Although Russia and the United States approach the July 6 – 8 Moscow summit with significantly different aims that make it unclear, what, if any, groundwork might be established to improve U.S.–Russian relations, both crucially seek constructive dialogue on arms control and nonproliferation.
Dmitri Trenin, director of the Carnegie Moscow Center, Lilia Shevtsova, chair of Carnegie Moscow’s domestic politics program, and Ambassador James Collins, director of the Russia and Eurasia program and former U.S. ambassador to Moscow, offered insights and Russian perspectives in a live streamed video briefing from Moscow ahead of President Obama’s visit.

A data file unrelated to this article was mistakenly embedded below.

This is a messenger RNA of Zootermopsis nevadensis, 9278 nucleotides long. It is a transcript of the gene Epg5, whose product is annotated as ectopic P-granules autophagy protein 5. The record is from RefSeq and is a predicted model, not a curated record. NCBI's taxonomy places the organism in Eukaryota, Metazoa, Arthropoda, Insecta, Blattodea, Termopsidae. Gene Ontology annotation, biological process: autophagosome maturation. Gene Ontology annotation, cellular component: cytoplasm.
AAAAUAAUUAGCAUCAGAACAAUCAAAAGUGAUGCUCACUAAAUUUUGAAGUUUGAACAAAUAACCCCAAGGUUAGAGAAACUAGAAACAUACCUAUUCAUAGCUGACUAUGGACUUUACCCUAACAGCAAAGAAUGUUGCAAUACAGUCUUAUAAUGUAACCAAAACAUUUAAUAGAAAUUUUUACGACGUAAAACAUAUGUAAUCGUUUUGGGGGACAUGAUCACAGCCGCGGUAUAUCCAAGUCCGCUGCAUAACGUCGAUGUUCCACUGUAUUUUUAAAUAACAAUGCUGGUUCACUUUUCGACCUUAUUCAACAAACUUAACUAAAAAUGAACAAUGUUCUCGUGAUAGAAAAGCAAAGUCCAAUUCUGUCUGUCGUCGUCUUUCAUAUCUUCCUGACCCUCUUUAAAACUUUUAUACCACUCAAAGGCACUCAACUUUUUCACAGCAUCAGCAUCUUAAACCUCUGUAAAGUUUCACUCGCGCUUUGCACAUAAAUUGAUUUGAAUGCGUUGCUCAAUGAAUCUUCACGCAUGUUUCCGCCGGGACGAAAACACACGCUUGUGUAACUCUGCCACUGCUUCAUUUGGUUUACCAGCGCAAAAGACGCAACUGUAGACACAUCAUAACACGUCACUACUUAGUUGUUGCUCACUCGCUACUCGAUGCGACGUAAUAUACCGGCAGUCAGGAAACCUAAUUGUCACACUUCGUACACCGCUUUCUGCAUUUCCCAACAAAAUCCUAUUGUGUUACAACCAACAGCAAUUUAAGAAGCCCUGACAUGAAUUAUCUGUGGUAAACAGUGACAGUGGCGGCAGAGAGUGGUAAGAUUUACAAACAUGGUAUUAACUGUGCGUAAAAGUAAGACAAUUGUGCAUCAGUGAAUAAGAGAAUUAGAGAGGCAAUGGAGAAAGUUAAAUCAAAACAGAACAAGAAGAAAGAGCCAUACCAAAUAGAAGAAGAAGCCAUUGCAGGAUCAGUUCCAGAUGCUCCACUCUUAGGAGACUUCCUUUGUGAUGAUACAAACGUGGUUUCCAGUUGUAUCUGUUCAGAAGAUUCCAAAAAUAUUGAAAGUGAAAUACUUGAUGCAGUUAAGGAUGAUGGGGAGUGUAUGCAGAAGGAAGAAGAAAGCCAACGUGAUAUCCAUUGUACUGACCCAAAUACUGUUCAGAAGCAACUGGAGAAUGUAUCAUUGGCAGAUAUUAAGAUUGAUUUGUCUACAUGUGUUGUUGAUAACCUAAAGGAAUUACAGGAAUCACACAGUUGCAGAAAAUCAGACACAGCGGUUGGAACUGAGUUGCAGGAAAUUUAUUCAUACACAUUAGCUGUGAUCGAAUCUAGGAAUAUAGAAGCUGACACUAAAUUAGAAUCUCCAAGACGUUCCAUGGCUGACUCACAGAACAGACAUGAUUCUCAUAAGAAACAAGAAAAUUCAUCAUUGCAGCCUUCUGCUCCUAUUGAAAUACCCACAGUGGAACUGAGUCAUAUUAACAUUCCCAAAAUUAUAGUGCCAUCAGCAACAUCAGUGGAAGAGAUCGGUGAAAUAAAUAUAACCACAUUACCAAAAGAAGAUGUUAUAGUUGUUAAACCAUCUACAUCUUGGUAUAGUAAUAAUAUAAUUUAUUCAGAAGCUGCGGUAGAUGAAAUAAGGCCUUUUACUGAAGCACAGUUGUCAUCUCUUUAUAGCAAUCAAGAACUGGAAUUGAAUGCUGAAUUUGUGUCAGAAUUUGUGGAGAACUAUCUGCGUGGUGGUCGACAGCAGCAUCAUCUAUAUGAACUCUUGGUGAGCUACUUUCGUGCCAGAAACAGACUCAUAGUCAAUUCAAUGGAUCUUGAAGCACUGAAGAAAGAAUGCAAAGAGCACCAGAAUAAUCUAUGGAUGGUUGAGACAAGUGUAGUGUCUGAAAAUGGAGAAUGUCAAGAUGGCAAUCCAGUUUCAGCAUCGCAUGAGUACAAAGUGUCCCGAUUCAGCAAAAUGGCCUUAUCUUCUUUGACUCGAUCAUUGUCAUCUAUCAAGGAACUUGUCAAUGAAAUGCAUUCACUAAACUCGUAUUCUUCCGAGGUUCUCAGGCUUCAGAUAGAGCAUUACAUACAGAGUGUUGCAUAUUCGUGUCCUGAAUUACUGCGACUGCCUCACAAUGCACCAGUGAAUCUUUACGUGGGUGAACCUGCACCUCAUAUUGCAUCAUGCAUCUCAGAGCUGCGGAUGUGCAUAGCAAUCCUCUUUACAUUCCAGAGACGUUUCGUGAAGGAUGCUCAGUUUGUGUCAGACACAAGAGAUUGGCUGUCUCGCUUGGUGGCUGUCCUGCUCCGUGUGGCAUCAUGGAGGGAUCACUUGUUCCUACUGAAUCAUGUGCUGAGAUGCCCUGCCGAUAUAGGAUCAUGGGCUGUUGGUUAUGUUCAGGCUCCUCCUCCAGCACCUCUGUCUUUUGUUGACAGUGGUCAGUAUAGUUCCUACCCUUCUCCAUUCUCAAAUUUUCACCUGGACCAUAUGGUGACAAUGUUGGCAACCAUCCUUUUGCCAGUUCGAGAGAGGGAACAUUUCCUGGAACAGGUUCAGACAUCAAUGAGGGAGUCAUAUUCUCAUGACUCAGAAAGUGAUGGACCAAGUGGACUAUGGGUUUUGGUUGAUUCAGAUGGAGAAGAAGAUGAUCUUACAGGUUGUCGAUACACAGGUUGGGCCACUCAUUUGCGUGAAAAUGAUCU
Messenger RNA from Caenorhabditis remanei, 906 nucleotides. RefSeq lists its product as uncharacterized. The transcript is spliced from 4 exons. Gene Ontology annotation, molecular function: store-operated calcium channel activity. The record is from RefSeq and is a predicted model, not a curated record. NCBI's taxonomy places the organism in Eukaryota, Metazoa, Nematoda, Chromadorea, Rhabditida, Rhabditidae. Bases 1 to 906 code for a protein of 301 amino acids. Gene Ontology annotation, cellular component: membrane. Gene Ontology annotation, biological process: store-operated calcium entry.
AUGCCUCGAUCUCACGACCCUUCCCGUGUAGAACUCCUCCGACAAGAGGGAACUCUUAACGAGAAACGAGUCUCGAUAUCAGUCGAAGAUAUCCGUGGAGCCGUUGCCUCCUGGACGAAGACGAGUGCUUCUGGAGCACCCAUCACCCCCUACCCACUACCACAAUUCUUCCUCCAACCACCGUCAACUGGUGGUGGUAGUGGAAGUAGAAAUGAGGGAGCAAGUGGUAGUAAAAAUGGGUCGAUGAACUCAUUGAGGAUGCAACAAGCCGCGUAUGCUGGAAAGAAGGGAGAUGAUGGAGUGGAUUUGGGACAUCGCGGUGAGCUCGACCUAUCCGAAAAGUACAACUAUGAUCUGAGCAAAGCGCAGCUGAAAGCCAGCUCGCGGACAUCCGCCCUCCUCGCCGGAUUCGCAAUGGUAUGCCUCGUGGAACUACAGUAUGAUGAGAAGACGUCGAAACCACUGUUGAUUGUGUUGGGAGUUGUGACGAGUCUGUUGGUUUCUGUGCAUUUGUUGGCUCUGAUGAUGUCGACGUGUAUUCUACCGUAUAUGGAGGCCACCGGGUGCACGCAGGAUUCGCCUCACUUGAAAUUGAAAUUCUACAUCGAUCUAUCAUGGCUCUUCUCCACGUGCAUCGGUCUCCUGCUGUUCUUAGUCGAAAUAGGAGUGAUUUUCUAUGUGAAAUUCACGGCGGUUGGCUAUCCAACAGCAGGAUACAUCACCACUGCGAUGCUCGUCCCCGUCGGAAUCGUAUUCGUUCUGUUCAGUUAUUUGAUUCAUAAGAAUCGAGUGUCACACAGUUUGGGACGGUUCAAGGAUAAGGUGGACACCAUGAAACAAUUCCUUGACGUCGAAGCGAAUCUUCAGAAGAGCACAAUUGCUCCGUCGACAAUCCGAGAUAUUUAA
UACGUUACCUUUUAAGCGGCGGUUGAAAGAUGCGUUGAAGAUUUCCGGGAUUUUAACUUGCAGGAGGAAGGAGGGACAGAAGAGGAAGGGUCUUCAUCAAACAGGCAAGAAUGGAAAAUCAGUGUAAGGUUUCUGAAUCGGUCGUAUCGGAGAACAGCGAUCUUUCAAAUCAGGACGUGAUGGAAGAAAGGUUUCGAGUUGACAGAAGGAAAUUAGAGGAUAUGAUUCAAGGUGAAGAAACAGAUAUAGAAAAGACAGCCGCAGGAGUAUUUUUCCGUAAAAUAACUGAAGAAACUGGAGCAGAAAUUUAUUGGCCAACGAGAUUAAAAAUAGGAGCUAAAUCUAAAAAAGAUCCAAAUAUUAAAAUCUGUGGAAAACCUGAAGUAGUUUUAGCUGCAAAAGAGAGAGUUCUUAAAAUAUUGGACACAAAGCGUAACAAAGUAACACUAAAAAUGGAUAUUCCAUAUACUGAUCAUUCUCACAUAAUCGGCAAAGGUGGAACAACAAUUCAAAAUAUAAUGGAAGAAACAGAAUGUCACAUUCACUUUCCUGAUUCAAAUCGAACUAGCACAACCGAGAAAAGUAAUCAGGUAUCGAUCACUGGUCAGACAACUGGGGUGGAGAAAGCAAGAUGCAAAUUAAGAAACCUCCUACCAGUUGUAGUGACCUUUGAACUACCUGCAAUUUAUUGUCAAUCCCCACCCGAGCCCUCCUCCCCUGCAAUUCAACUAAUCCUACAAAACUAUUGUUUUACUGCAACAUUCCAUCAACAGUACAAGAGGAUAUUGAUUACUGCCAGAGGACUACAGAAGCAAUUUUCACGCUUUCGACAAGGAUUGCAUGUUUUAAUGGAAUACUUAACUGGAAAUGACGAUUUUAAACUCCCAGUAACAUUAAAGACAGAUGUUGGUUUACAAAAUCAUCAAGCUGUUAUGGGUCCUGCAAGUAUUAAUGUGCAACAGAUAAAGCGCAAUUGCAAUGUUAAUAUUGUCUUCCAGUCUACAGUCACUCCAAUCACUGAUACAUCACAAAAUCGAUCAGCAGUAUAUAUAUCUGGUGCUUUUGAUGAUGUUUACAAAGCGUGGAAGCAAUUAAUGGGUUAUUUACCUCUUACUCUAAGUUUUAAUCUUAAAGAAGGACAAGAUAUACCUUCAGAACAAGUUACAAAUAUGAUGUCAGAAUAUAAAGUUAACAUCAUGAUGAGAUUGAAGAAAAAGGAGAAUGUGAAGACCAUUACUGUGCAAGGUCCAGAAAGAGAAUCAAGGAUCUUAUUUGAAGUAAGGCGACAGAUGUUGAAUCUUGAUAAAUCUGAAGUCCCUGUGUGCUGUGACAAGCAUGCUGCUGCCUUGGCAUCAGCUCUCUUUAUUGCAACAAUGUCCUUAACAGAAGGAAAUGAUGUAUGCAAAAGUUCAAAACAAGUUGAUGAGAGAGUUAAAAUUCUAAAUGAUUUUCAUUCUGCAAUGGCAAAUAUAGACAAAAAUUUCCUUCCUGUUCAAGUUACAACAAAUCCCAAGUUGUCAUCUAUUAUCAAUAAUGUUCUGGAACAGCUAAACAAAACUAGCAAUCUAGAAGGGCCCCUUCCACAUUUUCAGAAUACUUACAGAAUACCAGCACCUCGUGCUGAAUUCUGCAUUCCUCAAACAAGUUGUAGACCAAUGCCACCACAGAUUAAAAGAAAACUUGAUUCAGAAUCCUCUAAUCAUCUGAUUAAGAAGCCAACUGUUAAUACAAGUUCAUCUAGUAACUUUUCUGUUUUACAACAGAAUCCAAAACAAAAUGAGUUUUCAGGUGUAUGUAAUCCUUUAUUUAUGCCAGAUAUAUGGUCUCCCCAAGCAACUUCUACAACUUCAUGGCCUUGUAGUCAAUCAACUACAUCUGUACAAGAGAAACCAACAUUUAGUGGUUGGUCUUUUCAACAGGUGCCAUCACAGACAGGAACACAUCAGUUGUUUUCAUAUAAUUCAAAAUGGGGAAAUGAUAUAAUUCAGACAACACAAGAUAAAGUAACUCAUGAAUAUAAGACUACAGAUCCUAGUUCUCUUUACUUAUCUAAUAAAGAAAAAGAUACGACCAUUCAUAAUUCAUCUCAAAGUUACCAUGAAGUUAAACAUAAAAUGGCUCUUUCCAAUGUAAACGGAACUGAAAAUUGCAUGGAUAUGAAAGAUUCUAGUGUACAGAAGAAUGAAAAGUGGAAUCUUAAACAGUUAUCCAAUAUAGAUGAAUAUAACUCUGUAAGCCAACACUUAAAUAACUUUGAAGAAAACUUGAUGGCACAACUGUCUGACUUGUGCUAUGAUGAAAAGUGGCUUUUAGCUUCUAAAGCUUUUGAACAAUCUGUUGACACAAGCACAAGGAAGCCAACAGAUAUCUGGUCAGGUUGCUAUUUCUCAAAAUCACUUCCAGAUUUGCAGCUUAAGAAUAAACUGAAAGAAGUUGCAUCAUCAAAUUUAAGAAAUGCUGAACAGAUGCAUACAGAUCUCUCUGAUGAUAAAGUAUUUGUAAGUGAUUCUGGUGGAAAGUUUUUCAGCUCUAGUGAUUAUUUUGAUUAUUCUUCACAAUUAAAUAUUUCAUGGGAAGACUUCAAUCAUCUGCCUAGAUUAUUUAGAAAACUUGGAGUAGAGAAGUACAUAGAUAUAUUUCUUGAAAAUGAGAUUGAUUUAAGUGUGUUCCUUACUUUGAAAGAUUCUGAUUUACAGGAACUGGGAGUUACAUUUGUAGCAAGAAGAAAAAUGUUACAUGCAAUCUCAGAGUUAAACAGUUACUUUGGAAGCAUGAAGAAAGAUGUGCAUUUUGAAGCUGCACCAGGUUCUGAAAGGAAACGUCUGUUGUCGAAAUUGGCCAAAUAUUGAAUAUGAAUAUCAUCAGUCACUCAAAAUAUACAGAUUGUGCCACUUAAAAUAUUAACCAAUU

“Moscow is no Cairo. It is a different environment with different expectations. Obama is a celebrity, but he isn’t expected to give guidance or stand up to Russia’s leaders, and his visit can’t do much to encourage Russian liberals or pragmatists. That can only be done domestically.”
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